The Super Bowl is, finally, almost here. It has felt like a particularly long season this year — the replacement refs seemed like they were a lifetime ago. It has been a good one, though, and we are about to cap it off with what has the potential to be a very good Super Bowl.
There are still a lot of stories to hear between now and kickoff. We’ll be so sick of the Harbaugh family and their family pictures by then that we’ll want to puke, and we’ll certainly be ready for Ray Lewis to retire just so we don’t have to hear about him anymore — just like when Jerome Bettis was entering his final game. Luckily, we can distract ourselves from all the hype and overblown stories by focusing on what matters — Super Bowl handicapping.
Free $60 in Member Super Bowl Picks
Super Bowl handicapping is unlike handicapping any other football game. The better you can understand and embrace those differences, the better your chances of long-term success are. In order to best understand those differences and deal with them effectively, there is one sentence above all else that you need to keep in mind:
This is not just another game
People make the mistake of assuming that this game will be just like any other game when they are handicapping it. While there are obviously many similarities — it is still 11 guys playing for 60 minutes, and the team that scores most wins — there are key differences. Players have been thinking about playing in this game for their whole lives, and they have an extra week to sit around and get lost in their heads. During that time they face more scrutiny and media attention than they have ever seen. The game itself is slower than most, and the halftime break is almost endless. Add that all together and it means that winning the Super Bowl has more to do with the mental strength of a team than their talent or schemes. That mental factor always matters in the NFL, but never more than now.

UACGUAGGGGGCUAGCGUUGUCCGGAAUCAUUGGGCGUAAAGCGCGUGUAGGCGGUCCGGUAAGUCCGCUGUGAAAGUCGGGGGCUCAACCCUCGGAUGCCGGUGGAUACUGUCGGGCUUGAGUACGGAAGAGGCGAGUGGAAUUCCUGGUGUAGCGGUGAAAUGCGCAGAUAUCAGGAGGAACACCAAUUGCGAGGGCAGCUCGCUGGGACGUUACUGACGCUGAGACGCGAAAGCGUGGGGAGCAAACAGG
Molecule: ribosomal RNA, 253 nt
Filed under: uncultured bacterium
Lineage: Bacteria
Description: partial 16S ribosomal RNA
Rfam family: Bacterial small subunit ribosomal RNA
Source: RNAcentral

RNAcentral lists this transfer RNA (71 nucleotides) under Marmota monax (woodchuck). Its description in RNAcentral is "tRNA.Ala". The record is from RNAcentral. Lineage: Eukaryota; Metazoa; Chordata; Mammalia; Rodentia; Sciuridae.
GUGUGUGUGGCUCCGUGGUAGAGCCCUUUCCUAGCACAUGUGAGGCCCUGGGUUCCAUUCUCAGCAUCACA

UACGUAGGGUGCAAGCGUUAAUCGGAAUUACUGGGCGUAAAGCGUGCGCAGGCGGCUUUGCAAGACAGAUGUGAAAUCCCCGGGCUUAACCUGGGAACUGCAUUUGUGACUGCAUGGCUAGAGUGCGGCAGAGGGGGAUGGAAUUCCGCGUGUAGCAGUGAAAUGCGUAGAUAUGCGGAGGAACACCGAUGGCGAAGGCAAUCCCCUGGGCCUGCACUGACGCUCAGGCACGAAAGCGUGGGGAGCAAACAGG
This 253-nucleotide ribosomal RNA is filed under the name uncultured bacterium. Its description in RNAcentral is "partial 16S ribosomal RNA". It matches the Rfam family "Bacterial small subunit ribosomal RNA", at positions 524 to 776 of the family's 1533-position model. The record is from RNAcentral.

Even more significant than the on-field differences in this game are the differences in the betting. The amount of money bet on this game is truly stunning — at least $100 million bet in Las Vegas, and many times that bet elsewhere both legally and illegally. That’s dramatically more than is bet on any other game during the year.
It’s not just the amount bet, either. There are a lot of serious bettors who bet aggressively on this game, but there are even more casual bettors who throw a few bucks — or many more — on the game. Public money has a big impact on how lines are set and how they move, so bettors need to be very aware of the impact of that has on where the value can be found. That is if there is any value, of course — something that is very unlikely when there is this much betting volume.
The biggest problem is that the public money isn’t always predictable and that you can’t just avoid the public money and profit. The public loves the “over” and the favorite in most cases, and the Super Bowl typically isn’t an exception. Over the last 30 years, though, you could have made a solid profit form parlaying the favorite and the over in the Super Bowl — exactly the bets the public floods to each year. What that means is that you have to be very aware of the public money and the effect it is having on the odds, but you can’t afford to make any seemingly logical assumptions while doing so.
Avoiding assumptions will be key this year in particular because of the pattern of the early betting action. The Niners are favored, but the Ravens have been by far the most popular team early on. Action is leveling out slightly heading into the Pro Bowl weekend, but the books are still reacting significantly to the public betting so far. The line opened with San Francisco favored by five points, but that quickly fell to four points, and later fell to 3.5 points in many spots. On Friday afternoon 5Dimes became the first book to move the line the three points. The key number of three is a very significant number for sportsbooks, so for them to move the line to three indicates just how strong the public money has been — and how they are anticipating it to continue. In other words, this is not your typical Super Bowl from a betting perspective — and the typical ones are tough enough for bettors to deal with.
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Read more articles by Trevor Whenham